The Renon railway is an electric and narrow-gauge railway built on the Renon plateau near Bolzano, in South Tyrol, Italy. Inaugurated in 1907, the Renon cogwheel train was one of the most important events of the period as it was finally possible to reach the capital of Bolzano in just 90 minutes. Therefore the transport of goods and people became comfortable and constant. The Renon train still connects the towns of Soprabolzano, Costalovara, Stella and Collalbo, offering some of the most exclusive landscape settings in Bolzano and surroundings.
Ferrovia del Renon History
A promoter committee composed of local notables founded a joint-stock company to build the railway, the cost of which was expected to be 1,460,000 crowns in 1905. The engineer Josef Riehl, born in Bolzano in 1842, was very active throughout the Austro-Hungarian Empire as a designer of roads, power stations but above all of secondary railways, including the nearby Transatesina electric railway, he began work with his enterprise in February 1906 and ended them in April 1907. The inauguration took place on 13 August 1907.
The train of the Renon was a mountain train on the Swiss model in vogue at the time of the Belle Époque, when they wanted to open access to the mountains to wealthy tourists. Over the following decades, the construction of this train represented a lucky opportunity for the same population of the Renon.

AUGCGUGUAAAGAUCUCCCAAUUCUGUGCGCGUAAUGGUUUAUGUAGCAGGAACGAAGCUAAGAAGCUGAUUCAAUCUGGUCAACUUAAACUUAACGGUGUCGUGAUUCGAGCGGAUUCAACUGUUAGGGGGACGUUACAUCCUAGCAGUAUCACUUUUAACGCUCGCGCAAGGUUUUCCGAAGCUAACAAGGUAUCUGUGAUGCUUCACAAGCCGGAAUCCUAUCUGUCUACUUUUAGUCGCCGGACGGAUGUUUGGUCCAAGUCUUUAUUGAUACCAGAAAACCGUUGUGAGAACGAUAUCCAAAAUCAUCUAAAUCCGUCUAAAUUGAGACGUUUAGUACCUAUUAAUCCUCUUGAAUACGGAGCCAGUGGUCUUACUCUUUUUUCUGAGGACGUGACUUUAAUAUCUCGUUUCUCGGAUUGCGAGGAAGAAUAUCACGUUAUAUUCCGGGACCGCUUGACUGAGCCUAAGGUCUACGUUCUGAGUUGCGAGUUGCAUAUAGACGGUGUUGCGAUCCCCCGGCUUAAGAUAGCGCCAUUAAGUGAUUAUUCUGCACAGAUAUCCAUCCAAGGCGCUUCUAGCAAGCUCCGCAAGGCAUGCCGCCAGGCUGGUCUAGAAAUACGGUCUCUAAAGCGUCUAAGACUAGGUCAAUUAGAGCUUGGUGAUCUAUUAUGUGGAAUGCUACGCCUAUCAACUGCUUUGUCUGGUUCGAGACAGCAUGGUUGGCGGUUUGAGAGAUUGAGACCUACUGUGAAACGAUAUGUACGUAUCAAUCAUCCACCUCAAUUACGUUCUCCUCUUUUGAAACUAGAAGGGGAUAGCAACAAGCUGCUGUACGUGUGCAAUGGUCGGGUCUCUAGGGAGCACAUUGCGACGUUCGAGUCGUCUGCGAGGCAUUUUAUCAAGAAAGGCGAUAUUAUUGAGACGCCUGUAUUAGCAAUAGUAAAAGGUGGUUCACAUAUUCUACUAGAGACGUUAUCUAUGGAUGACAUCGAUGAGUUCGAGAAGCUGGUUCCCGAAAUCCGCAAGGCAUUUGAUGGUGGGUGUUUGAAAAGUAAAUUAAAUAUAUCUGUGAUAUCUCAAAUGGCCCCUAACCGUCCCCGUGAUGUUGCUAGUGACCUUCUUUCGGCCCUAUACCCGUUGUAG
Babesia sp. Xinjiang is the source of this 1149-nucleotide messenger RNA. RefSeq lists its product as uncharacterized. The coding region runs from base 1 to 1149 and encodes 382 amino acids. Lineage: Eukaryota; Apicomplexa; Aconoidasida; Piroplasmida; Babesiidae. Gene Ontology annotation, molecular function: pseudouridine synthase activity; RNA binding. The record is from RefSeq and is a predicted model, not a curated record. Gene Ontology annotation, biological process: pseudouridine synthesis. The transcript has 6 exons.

The track, 12 kilometers long, exceeded a total difference in height of 985 m. It consisted of a stretch of almost 1 km that connected Piazza Walther, the main square to the "center" of Bolzano, with the valley station of the cogwheel section "Bolzano - Ferrovia del Renon", then part of the neighboring municipality of Dodiciville ( Zwölfmalgreiner). Behind every convoy directed on the plateau, there was a tractor with a toothed wheel that pushed the train on the steep climb at a maximum speed of 7 kilometers per hour. After the 910 meters difference in height that separates Rencio from Maria Assunta, the rack ended and the "pusher" moved away (in the opposite direction this slowed down the descent). The train continued up to Collalbo at a speed of 25 kilometers per hour.
The construction of the railway broke the centuries-old isolation of the Renon plateau, which until then could only be reached through mule tracks, paths and some "improvised" cable cars.
Almost certainly used the train even the famous Sigmund Freud when in April 1911 he went on holiday with his wife at the hotel Bemelmans Post.
In recent years, the restoration of buildings has been put in place: the masonry of the stations benefited from a conservative restoration while all the wooden buildings were replaced by new artefacts almost identical to the previous ones. Even historic rolling stock has been radically revised. Of the four "German" vehicles, the only "12" tractor was also reactivated - also called "END" to distinguish it from the homonymous one dating back to 1907.
The narrow gauge train, which today is the last of its kind in all of South Tyrol, today connects only Maria Assunta to Collalbo with some vintage and other modern cars.
Going up for a trip is worth anyway, if only for the breathtaking panoramic view of the Dolomites peaks along the route.